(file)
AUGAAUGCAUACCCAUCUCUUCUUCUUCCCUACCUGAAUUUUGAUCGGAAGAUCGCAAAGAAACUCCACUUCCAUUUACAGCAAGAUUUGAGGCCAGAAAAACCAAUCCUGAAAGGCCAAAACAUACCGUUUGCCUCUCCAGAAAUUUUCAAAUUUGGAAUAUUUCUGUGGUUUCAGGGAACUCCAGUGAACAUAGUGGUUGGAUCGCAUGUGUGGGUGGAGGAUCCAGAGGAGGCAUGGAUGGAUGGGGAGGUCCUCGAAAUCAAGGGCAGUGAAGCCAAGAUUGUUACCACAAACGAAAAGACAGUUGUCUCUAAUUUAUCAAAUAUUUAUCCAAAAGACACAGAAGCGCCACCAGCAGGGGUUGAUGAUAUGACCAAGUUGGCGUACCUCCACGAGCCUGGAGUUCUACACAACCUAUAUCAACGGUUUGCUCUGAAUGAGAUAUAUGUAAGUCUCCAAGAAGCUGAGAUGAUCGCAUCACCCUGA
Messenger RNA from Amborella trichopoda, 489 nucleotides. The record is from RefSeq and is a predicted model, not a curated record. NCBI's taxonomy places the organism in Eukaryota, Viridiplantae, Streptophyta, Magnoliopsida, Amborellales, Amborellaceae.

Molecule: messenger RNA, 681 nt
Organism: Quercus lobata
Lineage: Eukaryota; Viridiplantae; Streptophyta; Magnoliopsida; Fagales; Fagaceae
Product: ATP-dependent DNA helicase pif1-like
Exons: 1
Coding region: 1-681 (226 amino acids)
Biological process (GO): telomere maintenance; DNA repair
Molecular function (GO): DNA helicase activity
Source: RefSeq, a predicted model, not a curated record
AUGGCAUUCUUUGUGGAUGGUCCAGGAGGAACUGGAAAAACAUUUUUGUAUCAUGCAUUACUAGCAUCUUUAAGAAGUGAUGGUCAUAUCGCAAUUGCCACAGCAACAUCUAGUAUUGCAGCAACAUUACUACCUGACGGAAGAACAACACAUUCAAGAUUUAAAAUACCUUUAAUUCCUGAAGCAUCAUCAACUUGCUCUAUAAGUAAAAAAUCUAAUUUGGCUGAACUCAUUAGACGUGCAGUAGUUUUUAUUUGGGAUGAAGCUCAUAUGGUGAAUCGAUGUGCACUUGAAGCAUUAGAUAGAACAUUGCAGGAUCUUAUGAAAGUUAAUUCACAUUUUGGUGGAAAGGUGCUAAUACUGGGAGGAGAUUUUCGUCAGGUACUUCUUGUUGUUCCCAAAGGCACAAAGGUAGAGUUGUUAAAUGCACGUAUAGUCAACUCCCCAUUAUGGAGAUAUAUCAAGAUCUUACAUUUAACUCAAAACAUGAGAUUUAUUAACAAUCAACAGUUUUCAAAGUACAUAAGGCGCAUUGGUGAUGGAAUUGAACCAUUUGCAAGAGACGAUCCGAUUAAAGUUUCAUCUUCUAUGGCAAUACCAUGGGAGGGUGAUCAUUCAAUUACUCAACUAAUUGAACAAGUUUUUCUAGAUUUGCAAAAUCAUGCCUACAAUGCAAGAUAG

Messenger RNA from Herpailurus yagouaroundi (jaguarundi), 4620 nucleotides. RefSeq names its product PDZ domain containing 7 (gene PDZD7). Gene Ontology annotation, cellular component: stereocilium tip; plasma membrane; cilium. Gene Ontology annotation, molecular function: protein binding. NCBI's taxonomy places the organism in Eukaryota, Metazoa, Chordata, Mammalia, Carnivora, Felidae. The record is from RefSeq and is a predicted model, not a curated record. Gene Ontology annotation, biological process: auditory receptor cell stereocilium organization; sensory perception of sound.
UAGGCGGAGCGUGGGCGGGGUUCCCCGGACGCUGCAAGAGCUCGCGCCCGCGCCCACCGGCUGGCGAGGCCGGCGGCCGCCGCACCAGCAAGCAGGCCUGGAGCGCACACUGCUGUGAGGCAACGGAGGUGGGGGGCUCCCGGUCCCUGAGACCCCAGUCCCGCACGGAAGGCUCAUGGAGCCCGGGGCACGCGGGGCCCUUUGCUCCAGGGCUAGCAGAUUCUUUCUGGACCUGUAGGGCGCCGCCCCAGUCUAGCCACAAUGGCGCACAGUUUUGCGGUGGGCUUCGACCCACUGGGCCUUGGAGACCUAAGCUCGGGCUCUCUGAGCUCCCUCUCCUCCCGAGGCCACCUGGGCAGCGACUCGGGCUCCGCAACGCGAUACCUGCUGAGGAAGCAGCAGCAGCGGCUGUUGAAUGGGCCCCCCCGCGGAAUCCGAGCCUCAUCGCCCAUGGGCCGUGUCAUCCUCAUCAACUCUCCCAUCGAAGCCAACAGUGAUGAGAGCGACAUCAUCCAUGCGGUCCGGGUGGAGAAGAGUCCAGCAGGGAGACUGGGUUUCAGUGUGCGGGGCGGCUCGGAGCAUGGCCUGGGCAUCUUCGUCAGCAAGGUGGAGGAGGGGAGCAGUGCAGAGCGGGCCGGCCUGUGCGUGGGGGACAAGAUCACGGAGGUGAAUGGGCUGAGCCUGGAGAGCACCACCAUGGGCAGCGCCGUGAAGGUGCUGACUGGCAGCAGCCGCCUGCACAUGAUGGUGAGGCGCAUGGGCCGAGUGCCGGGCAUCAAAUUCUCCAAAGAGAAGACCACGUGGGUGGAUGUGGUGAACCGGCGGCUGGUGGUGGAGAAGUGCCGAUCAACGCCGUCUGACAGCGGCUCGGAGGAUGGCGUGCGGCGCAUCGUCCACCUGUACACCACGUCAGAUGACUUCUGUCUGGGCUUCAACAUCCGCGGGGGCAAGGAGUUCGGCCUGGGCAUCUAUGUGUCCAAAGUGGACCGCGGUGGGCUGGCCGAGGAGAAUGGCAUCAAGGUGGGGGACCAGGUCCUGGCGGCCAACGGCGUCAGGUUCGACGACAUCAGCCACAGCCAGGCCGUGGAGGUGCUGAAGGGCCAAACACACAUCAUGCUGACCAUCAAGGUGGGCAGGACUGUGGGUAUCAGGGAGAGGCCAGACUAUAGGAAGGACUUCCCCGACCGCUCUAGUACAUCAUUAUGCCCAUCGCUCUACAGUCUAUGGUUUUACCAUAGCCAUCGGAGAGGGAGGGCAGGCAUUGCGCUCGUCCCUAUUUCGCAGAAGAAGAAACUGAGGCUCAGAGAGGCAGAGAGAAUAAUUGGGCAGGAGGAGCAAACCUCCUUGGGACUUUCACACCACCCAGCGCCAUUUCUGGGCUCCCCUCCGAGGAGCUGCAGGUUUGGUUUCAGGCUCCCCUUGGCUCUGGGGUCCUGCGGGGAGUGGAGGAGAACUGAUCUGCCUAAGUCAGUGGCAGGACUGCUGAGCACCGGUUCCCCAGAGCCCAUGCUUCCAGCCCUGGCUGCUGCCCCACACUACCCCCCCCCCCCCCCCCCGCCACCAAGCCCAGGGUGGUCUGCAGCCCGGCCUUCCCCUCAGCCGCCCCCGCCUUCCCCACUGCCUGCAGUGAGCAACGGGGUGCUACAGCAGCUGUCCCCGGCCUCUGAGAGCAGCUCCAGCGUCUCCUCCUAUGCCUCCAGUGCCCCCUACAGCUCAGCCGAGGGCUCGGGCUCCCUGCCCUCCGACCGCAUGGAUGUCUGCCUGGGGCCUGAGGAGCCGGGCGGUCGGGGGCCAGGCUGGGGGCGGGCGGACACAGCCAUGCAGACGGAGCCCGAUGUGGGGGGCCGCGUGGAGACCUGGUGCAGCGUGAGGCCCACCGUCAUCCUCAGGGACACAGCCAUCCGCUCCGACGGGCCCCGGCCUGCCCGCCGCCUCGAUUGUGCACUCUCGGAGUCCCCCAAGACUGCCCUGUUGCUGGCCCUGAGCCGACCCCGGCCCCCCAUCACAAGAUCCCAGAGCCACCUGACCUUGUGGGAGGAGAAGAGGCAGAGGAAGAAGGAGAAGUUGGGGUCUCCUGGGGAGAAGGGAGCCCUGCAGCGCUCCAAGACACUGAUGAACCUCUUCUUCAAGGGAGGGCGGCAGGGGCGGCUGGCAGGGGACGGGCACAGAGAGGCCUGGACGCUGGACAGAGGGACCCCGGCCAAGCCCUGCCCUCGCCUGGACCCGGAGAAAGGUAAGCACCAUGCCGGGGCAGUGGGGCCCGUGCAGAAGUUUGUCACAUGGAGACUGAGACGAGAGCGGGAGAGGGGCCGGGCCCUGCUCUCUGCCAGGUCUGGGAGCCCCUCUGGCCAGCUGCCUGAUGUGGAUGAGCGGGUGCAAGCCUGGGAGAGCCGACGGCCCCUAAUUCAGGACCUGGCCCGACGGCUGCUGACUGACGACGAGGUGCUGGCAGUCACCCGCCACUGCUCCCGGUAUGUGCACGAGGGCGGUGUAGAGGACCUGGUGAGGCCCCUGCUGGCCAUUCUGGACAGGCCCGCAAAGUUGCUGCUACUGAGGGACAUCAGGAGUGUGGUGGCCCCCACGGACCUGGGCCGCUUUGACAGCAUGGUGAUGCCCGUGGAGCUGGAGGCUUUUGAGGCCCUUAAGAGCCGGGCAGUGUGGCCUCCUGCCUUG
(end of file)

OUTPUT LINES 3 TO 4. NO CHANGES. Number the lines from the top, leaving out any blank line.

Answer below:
Molecule: messenger RNA, 681 nt
Organism: Quercus lobata